I could hear the collective sob of dirtbag climbers across the nation as news broke yesterday of REI towing a harder line on gear returns. Legendary stories abound of people abusing the old liberal, no questions asked return policy in order to fund their alternative outdoor lifestyles. It looks as though the glory days have finally come to an end. 

What finally tipped REI over the edge you ask? Perhaps it was Leif Karlstrom's blurb in Outside Magazine last year about his illicit "REI sponsorship" that created a wider gear fraud movement. According to REI's Senior Vice President of Retail Tim Spangler, the company noticed an alarming growth trend in returns over a year old, causing them to finally take action. 

The new policy will not only impose a time limit on returns, but enforce stricter guidelines on what type of gear is accepted. Excerpts from the new returns policy found on the REI website read as follows:

"We stand behind everything we sell. If you are not satisfied with your REI purchase, you can return it for a replacement or refund. Items must be returned within a year of purchase, except items purchased from REI-OUTLET which must be returned within 30 days of purchase.

You must have a proof of purchase (store receipt, gift receipt, shipping invoice, or member purchase history) for all returns and exchanges.

Used items must be cleaned for a return or exchange. If you send merchandise that is not cleaned or laundered to the REI Returns Department, it will be returned at your expense."

So there you have it. About 90 percent of returns are already made within a year so this new policy will probably not bother the majority of us. REI will continue to take back defective products regardless of their age.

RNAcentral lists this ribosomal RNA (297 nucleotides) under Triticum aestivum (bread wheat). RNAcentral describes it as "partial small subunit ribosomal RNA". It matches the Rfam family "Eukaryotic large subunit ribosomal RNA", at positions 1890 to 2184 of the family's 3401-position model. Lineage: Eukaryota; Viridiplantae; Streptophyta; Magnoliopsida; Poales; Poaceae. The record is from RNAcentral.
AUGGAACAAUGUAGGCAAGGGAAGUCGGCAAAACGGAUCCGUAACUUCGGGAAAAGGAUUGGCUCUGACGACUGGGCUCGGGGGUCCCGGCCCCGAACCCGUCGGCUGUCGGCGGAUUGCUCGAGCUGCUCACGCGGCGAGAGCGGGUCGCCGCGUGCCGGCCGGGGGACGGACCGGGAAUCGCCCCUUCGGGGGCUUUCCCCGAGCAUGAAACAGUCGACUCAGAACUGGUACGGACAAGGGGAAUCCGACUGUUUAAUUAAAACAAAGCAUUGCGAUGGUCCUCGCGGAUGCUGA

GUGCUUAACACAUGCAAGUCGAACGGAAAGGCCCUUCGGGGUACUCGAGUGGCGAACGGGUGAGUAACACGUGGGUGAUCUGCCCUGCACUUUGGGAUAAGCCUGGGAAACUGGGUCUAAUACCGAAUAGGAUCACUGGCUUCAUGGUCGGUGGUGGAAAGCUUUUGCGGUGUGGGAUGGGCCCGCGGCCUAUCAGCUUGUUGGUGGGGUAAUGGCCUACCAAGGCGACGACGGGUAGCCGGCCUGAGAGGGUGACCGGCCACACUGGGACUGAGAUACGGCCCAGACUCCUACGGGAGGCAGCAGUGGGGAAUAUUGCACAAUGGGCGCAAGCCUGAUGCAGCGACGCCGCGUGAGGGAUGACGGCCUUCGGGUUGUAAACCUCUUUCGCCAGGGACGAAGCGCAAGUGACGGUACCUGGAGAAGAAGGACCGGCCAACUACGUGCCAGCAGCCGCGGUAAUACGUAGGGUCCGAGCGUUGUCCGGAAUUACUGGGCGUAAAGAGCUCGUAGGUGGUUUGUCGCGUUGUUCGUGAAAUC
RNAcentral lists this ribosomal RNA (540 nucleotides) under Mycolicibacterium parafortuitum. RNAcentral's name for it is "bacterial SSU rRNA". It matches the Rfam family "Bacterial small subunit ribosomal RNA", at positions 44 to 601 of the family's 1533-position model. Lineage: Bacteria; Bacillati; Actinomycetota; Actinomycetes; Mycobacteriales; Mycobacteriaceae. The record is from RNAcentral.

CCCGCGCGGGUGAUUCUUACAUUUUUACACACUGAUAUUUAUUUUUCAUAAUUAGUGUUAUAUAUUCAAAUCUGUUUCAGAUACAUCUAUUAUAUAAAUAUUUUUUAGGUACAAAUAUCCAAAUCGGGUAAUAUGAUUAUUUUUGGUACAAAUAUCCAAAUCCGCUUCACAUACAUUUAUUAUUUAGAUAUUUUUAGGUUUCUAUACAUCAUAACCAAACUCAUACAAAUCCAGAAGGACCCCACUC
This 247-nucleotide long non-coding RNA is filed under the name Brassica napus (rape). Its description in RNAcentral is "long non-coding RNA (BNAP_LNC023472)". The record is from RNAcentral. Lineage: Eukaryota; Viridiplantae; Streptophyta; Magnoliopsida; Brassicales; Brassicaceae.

Thoughts? Have you ever taken advantage of REI's liberal returns policy?

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  1. I use their return policy all the time but typically for items less than 6 months old. I will admit, I spend more money in their stores BECAUSE of their return policy. I will be happy to buy more from our local mom-and-pop outfitter and gear shops.

  2. I have only returned something to REI once but it was with in three months and was still new in the box. One of the reasons I value my REI membership is because of the reassurance that return policy provides.

    REI is my favorite store, when I win the lottery I’m going to head to my store and say give me one of everything.

  3. Finally! It had to happen…
    I used to be the Master Tech for a REI store in California.
    I have seen my share of abuse of the “no questions asked” return policy but I did ask some questions once.
    The store manager witnessed my questioning and later pulled me aside and reprimanded me on my pro-active behaviour. All I was doing was asking the person returning the bike what she didn’t like about it and why she was returning it. I knew she bought it just for a charity ride (she said so prior to her purchase) and planned to return it all along.
    The REI store manager said it was not REI’s policy to question, just accept, even if the fraud was evident. According to number crunching the loose policy was attracting more business and generating more money despite the few abuses.
    It looks like the scale has tipped the other way and that it is no longer the case now.
    I welcome their new policy even if I no longer work at REI.

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